By Scott Tipton
In past editions of COMICS 101, we've discussed some old favorites from the now-defunct Charlton Comics Group, such as classics (and personal favorites) like Steve Ditko's reconceived Blue Beetle and the Question, perhaps Ditko's trademark solo creation. However, it has to be admitted that not everything that came out of Charton's "Action-Heroes" line was a home-run success. Example, you ask? Well, let's take a look at one such creation this week, in the oddly aggressive pacifist known as The Peacemaker.
Created by writer Joe Gill and artist Pat Boyette, the Peacemaker first made his appearance in November 1966, as a backup feature in issue #40 of the war comic FIGHTIN' FIVE. When that comic was canceled after only one more issue, the situation was reversed, with the Peacemaker getting his own series in March 1967, the logically titled THE PEACEMAKER, and the Fightin' Five settled into a backup-feature role in that series.
Talk about your mixed messages...
Smith quickly changes into his garb as the Peacemaker (which included just about the silliest helmet I've ever seen in comics, and I'm including the Serpent Crown in that list. It looks like he's wearing a toilet seat on his head), and dives into the water, locating the explosive and defusing it (apparently just by peeling it off of the boat) with just a second to spare.
After blowing up a few sharks with the explosive, the Peacemaker follows the saboteur to a nearby nuclear submarine and knocks him out, then heads inside for a face-to-face confrontation with The Commodore. Naturally, The Commodore begins monologuing, explaining his great motivation: "The fish are mine!" Ooooo-kay...
Claiming dominion over all undersea wealth (which apparently includes mackerels and cod), The Commodore promises to destroy all who trespass on the oceans. Having heard enough, the Peacemaker lets loose with his helmet laser, setting fire to the atomic sub's control room. And check out this witty banter:
"I know!" That Peacemaker, he's the life of the party...
Flying over the Balkan nation, Peacemaker discovers not only bombers and missiles, but also tracks a series of cargo jets heading south. Following them to the South Pole, he learns the secret of the nation's sudden courage: a secret facility under the ice, allowing them to develop huge quantities of uranium and other valuable elements and minerals. Clearly, this can't be allowed to stand. Rather than waste valuable time with the international rule of law, the Peacemaker instead decides to trash the joint.
He then busts through the walls of the furnace and destroys the facility, sending what looks like an oven door right into the neck of one of the enemy scientists. Ouch.
So how does the Peacemaker chalk up his survival, both from the flames and the impact of smashing up the facility?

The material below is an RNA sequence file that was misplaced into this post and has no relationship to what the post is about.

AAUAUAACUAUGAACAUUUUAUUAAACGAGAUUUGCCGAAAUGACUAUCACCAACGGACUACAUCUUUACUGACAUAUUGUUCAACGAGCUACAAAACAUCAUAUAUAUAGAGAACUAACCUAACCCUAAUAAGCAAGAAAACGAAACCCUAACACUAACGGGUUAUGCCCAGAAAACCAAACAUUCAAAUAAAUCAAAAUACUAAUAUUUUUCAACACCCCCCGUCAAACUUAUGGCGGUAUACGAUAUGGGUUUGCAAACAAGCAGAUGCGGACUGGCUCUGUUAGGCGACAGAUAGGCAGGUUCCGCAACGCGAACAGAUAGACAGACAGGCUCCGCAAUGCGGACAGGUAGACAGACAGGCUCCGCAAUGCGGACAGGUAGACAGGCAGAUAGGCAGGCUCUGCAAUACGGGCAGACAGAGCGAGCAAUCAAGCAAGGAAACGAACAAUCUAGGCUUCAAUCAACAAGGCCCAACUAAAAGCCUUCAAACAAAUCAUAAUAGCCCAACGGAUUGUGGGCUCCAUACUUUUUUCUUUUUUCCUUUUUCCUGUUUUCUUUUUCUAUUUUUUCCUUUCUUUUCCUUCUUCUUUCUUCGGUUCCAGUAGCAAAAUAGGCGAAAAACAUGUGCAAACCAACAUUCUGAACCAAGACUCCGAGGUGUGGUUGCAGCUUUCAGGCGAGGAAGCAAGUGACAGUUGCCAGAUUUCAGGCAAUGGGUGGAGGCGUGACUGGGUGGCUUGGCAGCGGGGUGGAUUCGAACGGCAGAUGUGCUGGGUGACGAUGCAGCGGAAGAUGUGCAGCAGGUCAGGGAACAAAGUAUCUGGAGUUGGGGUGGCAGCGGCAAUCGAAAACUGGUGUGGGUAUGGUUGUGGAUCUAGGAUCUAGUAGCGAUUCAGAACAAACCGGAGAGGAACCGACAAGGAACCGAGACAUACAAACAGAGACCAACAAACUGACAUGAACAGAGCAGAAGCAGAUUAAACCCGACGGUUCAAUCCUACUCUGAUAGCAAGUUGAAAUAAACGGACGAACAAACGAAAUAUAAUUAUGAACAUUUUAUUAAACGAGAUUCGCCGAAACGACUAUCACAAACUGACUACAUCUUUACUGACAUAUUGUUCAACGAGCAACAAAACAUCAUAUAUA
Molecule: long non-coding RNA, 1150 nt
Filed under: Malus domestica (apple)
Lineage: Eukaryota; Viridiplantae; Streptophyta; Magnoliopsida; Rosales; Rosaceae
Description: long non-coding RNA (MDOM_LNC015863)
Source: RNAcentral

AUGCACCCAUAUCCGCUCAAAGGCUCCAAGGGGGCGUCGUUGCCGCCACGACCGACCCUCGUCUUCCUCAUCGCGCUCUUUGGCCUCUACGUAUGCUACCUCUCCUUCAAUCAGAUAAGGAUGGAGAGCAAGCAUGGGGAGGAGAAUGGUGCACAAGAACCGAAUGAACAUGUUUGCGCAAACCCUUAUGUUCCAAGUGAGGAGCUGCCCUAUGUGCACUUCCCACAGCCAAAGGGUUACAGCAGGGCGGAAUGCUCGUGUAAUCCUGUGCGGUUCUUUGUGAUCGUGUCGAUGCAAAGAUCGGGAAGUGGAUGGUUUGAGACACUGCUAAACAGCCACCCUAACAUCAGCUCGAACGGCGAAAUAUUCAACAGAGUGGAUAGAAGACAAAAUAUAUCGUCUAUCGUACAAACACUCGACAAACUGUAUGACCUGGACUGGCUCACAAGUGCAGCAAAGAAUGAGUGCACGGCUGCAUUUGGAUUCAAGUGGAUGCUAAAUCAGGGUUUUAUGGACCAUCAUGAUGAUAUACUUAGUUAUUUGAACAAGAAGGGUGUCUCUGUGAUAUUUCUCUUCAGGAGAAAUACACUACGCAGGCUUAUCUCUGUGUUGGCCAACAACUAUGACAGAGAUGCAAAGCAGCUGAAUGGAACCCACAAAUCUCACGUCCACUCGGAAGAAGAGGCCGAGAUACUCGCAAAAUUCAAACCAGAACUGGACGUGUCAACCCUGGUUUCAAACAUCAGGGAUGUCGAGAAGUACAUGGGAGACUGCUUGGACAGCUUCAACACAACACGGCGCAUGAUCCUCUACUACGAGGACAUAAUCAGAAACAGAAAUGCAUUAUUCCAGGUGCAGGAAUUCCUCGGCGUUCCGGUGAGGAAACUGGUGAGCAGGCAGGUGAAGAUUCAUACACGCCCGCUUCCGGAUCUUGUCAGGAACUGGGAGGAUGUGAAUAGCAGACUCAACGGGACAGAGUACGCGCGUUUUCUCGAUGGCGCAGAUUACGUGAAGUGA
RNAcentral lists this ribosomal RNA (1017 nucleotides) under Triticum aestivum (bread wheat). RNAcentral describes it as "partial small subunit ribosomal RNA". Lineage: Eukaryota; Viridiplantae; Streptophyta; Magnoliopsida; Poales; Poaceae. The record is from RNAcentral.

"Shockwaves cushioned the impact"? Pretty weak, even for comic-book science.
Here Smith is interviewing for a new assistant at his "Peace Palace" in Switzerland, with only one applicant arriving: Nora O'Rourke, who shows up for her interview with a black eye. As she explains, all the applicants for the job were threatened with violence, and she was the only one who made it, having whooped the ass of a thug trying to put a bomb in her luggage.
When asked why he chose to become the Peacemaker, Smith replies, while curiously bathed in a red light:
More specifically, when working diplomatically to nullify an international madman named Bork, Smith realizes that diplomacy won't work against him, and elects to "resort to the violence which [he] despised," using the weapons he'd invented (as a hobby, mind you) to end Bork's threat, turning Bork's missiles on his own jet bomber, killing him.
Before Nora can accept the position, Smith's chalet is suddenly attacked by Colonel Uz, a "Bulgar arms thief," but the Peacemaker makes short work of him, thanks to all the extra explosives he carries on his person:
THE PEACEMAKER was cancelled with issue #5 (after debuting a new "extreme-temperature-use" helmet that just might be sillier than the first one), and the character sunk into limbo for nearly 20 years. He made his return in 1985, when he and the rest of the Charlton characters were purchased by DC Comics, and he made a brief "blink-and-you'll-miss-it" appearance in CRISIS ON INFINITE EARTHS.
DC attempted to revive the character in the revised post-CRISIS continuity in 1988 in a miniseries by writer Paul Kupperberg and artist Tod Smith, in which Smith was rethought as the son of a Nazi death camp commandant, driven to atone for the sins of his father, and even tortured by constant visions of his father, criticizing his every move.
The character was occasionally seen here and there around the DC Universe for a few years, before being killed off in a helicopter crash while battling Eclipso alongside the secret espionage agency Checkmate in the pages of the short-lived ECLIPSO series.
The new Peacemaker, former surgeon Mitchell Black, had no relation to the original save the name and a somewhat similar uniform, and, much like the L.A.W. series itself, failed to make much of an impact. In fact, the new Peacemaker's most recent appearance, in INFINITE CRISIS #7, was his last, with the character being killed off by Prometheus in the colossal melee.
However, it's rumored that the original Peacemaker will be returning in the pages of Keith Giffen's new BLUE BEETLE series, so it's a sure bet we haven't seen the last of the world's least committed pacifist.